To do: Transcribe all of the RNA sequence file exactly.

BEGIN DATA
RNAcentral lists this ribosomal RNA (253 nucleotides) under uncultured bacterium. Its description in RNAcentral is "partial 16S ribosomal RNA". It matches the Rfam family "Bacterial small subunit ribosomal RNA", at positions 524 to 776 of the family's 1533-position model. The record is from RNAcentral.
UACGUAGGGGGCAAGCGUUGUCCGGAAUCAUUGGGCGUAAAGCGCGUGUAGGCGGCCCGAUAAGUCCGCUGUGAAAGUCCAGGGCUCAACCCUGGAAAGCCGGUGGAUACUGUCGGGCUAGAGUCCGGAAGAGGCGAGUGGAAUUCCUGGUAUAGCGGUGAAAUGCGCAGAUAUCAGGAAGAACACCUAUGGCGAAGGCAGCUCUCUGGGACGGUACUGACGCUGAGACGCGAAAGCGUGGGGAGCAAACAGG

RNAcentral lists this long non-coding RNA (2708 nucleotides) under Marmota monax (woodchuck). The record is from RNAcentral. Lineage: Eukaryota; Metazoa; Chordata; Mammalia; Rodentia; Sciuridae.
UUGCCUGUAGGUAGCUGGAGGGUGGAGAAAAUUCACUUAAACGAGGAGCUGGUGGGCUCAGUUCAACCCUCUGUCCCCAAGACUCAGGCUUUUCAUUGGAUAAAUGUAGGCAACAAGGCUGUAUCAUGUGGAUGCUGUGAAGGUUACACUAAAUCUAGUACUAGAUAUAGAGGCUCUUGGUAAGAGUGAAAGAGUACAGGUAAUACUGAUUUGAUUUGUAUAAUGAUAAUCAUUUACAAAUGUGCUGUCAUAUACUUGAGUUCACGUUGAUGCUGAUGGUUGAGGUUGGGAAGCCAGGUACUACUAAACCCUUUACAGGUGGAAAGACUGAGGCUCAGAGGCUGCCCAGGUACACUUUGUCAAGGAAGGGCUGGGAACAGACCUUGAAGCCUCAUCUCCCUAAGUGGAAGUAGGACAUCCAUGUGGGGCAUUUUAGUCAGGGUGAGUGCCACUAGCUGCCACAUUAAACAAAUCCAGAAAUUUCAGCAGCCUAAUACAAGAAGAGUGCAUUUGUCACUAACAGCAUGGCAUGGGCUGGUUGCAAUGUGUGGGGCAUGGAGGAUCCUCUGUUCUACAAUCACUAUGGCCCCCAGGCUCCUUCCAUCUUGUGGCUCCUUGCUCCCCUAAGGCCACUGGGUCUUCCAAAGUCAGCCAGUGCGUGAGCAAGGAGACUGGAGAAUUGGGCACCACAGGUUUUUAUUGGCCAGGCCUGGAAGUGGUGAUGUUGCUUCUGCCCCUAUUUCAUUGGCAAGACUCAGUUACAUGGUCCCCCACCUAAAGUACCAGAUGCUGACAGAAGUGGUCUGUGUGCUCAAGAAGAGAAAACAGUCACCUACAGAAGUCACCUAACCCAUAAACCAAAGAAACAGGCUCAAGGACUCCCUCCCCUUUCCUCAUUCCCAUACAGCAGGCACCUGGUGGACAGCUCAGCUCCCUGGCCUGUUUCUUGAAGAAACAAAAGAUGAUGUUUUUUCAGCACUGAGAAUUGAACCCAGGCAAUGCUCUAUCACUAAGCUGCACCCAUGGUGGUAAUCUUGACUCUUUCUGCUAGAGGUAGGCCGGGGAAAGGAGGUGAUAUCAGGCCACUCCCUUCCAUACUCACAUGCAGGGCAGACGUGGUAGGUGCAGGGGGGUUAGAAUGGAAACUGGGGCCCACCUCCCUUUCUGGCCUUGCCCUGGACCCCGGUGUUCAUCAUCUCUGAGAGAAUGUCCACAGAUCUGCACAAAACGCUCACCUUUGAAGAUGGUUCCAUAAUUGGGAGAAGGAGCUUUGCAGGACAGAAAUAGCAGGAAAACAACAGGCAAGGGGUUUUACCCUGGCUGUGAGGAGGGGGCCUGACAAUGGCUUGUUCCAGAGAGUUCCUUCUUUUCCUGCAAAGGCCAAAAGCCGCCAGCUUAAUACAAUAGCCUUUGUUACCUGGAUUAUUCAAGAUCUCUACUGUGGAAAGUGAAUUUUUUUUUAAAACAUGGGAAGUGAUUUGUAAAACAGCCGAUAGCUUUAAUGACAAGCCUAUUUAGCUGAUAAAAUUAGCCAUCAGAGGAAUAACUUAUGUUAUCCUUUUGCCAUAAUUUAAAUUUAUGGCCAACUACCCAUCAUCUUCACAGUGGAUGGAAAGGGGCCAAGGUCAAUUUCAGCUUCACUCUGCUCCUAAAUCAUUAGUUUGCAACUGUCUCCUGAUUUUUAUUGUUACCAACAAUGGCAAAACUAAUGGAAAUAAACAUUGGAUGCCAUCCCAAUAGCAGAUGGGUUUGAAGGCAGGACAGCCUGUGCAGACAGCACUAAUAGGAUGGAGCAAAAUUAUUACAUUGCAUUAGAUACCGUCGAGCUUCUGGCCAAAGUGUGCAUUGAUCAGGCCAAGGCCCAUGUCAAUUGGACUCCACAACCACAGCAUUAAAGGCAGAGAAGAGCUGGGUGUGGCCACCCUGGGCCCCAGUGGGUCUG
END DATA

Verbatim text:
RNAcentral lists this ribosomal RNA (253 nucleotides) under uncultured bacterium. Its description in RNAcentral is "partial 16S ribosomal RNA". It matches the Rfam family "Bacterial small subunit ribosomal RNA", at positions 524 to 776 of the family's 1533-position model. The record is from RNAcentral.
UACGUAGGGGGCAAGCGUUGUCCGGAAUCAUUGGGCGUAAAGCGCGUGUAGGCGGCCCGAUAAGUCCGCUGUGAAAGUCCAGGGCUCAACCCUGGAAAGCCGGUGGAUACUGUCGGGCUAGAGUCCGGAAGAGGCGAGUGGAAUUCCUGGUAUAGCGGUGAAAUGCGCAGAUAUCAGGAAGAACACCUAUGGCGAAGGCAGCUCUCUGGGACGGUACUGACGCUGAGACGCGAAAGCGUGGGGAGCAAACAGG

RNAcentral lists this long non-coding RNA (2708 nucleotides) under Marmota monax (woodchuck). The record is from RNAcentral. Lineage: Eukaryota; Metazoa; Chordata; Mammalia; Rodentia; Sciuridae.
UUGCCUGUAGGUAGCUGGAGGGUGGAGAAAAUUCACUUAAACGAGGAGCUGGUGGGCUCAGUUCAACCCUCUGUCCCCAAGACUCAGGCUUUUCAUUGGAUAAAUGUAGGCAACAAGGCUGUAUCAUGUGGAUGCUGUGAAGGUUACACUAAAUCUAGUACUAGAUAUAGAGGCUCUUGGUAAGAGUGAAAGAGUACAGGUAAUACUGAUUUGAUUUGUAUAAUGAUAAUCAUUUACAAAUGUGCUGUCAUAUACUUGAGUUCACGUUGAUGCUGAUGGUUGAGGUUGGGAAGCCAGGUACUACUAAACCCUUUACAGGUGGAAAGACUGAGGCUCAGAGGCUGCCCAGGUACACUUUGUCAAGGAAGGGCUGGGAACAGACCUUGAAGCCUCAUCUCCCUAAGUGGAAGUAGGACAUCCAUGUGGGGCAUUUUAGUCAGGGUGAGUGCCACUAGCUGCCACAUUAAACAAAUCCAGAAAUUUCAGCAGCCUAAUACAAGAAGAGUGCAUUUGUCACUAACAGCAUGGCAUGGGCUGGUUGCAAUGUGUGGGGCAUGGAGGAUCCUCUGUUCUACAAUCACUAUGGCCCCCAGGCUCCUUCCAUCUUGUGGCUCCUUGCUCCCCUAAGGCCACUGGGUCUUCCAAAGUCAGCCAGUGCGUGAGCAAGGAGACUGGAGAAUUGGGCACCACAGGUUUUUAUUGGCCAGGCCUGGAAGUGGUGAUGUUGCUUCUGCCCCUAUUUCAUUGGCAAGACUCAGUUACAUGGUCCCCCACCUAAAGUACCAGAUGCUGACAGAAGUGGUCUGUGUGCUCAAGAAGAGAAAACAGUCACCUACAGAAGUCACCUAACCCAUAAACCAAAGAAACAGGCUCAAGGACUCCCUCCCCUUUCCUCAUUCCCAUACAGCAGGCACCUGGUGGACAGCUCAGCUCCCUGGCCUGUUUCUUGAAGAAACAAAAGAUGAUGUUUUUUCAGCACUGAGAAUUGAACCCAGGCAAUGCUCUAUCACUAAGCUGCACCCAUGGUGGUAAUCUUGACUCUUUCUGCUAGAGGUAGGCCGGGGAAAGGAGGUGAUAUCAGGCCACUCCCUUCCAUACUCACAUGCAGGGCAGACGUGGUAGGUGCAGGGGGGUUAGAAUGGAAACUGGGGCCCACCUCCCUUUCUGGCCUUGCCCUGGACCCCGGUGUUCAUCAUCUCUGAGAGAAUGUCCACAGAUCUGCACAAAACGCUCACCUUUGAAGAUGGUUCCAUAAUUGGGAGAAGGAGCUUUGCAGGACAGAAAUAGCAGGAAAACAACAGGCAAGGGGUUUUACCCUGGCUGUGAGGAGGGGGCCUGACAAUGGCUUGUUCCAGAGAGUUCCUUCUUUUCCUGCAAAGGCCAAAAGCCGCCAGCUUAAUACAAUAGCCUUUGUUACCUGGAUUAUUCAAGAUCUCUACUGUGGAAAGUGAAUUUUUUUUUAAAACAUGGGAAGUGAUUUGUAAAACAGCCGAUAGCUUUAAUGACAAGCCUAUUUAGCUGAUAAAAUUAGCCAUCAGAGGAAUAACUUAUGUUAUCCUUUUGCCAUAAUUUAAAUUUAUGGCCAACUACCCAUCAUCUUCACAGUGGAUGGAAAGGGGCCAAGGUCAAUUUCAGCUUCACUCUGCUCCUAAAUCAUUAGUUUGCAACUGUCUCCUGAUUUUUAUUGUUACCAACAAUGGCAAAACUAAUGGAAAUAAACAUUGGAUGCCAUCCCAAUAGCAGAUGGGUUUGAAGGCAGGACAGCCUGUGCAGACAGCACUAAUAGGAUGGAGCAAAAUUAUUACAUUGCAUUAGAUACCGUCGAGCUUCUGGCCAAAGUGUGCAUUGAUCAGGCCAAGGCCCAUGUCAAUUGGACUCCACAACCACAGCAUUAAAGGCAGAGAAGAGCUGGGUGUGGCCACCCUGGGCCCCAGUGGGUCUG